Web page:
It's a busy time for me, so I'm sitting back a bit and trying some of the "easier" recipes I've been wanting to do. With that in mind my latest creation was making caramels from scratch. I love caramels, even cheap ones, but I especially love buttery, expensive caramels. They really aren't that difficult to make yourself, but they do have a couple of pitfalls to watch out for.
I didn't have to do much research because I'd already seen a recipe for caramels on a food blog I like to follow; Not So Humble Pie. A Seattle based mom who makes food so delicious looking and decadent, it's like food porn. You should go check it out. There's always something good.
In any case, she made caramels from scratch and gave very precise instructions including how to avoid common problems. Her recipe is fairly simple, but time consuming.
First up, was getting a new thermometer. I have a candy thermometer, but it's old and I'm not sure how good it really is, so I decided to upgrade to a fancier one. I bought one at Sur Le Table at Pike Place. It's horrible. I mean, it works, but not very well. You have to try to get as much of the stem in whatever you want to measure as you can to get an accurate reading, which means holding it in your hand at an angle and waiting for it to climb to the correct temperature. Bleah. I'll have to investigate some others for next time.
The only difficult item in the recipe was the heavy cream. You can get it at any grocery, but not if you want the really heartstoppingly bad for you variety she suggests. And even that wasn't too bad since there's a dairy outlet in Pike Place. They had several brands to choose from with ~40% fat content. I went with the cheapest, and it worked great.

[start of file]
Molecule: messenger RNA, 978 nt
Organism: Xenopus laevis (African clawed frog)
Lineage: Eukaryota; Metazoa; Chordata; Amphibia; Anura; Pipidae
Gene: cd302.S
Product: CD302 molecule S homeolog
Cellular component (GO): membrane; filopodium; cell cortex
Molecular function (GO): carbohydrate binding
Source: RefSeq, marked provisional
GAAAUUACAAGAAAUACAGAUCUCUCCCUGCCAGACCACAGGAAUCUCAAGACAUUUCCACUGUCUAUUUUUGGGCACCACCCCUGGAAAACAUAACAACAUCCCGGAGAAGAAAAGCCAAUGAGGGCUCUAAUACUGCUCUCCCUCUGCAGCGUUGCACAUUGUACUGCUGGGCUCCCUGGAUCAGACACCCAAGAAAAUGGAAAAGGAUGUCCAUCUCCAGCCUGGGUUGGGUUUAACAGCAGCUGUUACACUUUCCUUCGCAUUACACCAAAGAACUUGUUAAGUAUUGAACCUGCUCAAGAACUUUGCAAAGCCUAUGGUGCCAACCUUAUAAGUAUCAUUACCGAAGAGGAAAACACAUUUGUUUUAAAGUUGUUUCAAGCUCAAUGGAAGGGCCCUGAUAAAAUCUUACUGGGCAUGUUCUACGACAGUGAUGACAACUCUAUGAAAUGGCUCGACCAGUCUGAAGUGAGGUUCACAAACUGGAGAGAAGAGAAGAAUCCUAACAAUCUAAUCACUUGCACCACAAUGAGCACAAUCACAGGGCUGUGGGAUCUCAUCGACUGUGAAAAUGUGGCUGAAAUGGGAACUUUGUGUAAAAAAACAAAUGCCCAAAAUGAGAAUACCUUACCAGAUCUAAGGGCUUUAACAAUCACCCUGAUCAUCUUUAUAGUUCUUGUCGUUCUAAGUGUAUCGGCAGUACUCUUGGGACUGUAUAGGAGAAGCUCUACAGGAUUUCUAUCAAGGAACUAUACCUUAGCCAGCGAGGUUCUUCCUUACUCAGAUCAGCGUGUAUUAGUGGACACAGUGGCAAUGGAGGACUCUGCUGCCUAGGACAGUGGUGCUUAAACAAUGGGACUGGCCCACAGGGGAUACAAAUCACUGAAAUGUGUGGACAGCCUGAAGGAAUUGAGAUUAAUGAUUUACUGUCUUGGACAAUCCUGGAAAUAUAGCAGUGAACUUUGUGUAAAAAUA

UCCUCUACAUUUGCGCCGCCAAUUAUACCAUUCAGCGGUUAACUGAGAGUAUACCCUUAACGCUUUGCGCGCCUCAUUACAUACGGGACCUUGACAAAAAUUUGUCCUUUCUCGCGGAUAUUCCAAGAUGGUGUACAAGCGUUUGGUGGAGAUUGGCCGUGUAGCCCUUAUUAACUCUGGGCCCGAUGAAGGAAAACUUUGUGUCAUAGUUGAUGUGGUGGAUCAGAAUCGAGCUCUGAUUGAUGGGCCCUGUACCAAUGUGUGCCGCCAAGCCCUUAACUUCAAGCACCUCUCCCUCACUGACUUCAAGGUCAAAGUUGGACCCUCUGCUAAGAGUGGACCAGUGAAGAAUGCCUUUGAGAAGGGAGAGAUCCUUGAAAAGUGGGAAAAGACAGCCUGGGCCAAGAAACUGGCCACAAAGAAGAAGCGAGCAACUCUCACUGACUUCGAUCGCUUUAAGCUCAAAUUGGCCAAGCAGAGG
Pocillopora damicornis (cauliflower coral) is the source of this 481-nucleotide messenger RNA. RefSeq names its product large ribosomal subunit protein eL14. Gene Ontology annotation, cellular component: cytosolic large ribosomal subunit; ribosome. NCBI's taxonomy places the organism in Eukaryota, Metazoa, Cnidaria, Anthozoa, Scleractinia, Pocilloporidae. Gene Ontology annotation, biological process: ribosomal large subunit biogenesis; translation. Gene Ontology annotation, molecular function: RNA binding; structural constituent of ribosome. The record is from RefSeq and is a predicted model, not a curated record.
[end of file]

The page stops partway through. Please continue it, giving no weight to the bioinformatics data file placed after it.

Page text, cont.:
I decided since this was my first batch, I wasn't going to make salted caramels. I wanted to see what they are like on their own, first.
I did exactly as the recipe said. I mixed the sugar, karo (prevents sugar from recrystallizing,) salt, and half of the cream. I brought it to a boil, stirring constantly, and it did take a while. About 10 minutes as I recall.
I didn't really let the boil get going and that might have been a mistake. Everything turned out in the end, but it took a lot longer than is should of. Every time I added some of the cold cream the temperature dropped below boiling and so I had to wait until it climbed back up again. So it was; pour, wait, pour, wait. Eventually it got it all in and the mix didn't seem the worse for dancing on the edge of boiling the whole time.
The butter went in well, but took some stirring to incorporate properly. Then I let the whole thing boil. This is where the new thermometer really blew. I'd check the temp every five minutes or so, and it would take at least two more minutes to get a good reading. In the end I really had to go with my gut. You can kind of tell by watching when it's getting close because it starts looking a lot like caramel. It took about 45 minutes for me, but my old stove was dying on me, so who knows how long a real stove would take. I would trust her recipe.
I ended up using an 8 by 13 pan instead of 9 by 9. So the caramels are slightly thinner, but that's fine. I didn't coat the entire bottom with paper and didn't do a very thorough job buttering the paper. Those were both mistakes and unless you like eating paper or scraping caramel out of a pan, learn from them.
Result: AMAZING. These little balls of joy are so good. Rich, buttery, but with a really great caramel taste. They are like candy crack to me. I want to eat them all. I scraped the cooking pan clean (not when I poured) and chewed off the leavings on the spatula. I will definitely be making these again, much to my waistline's chagrin.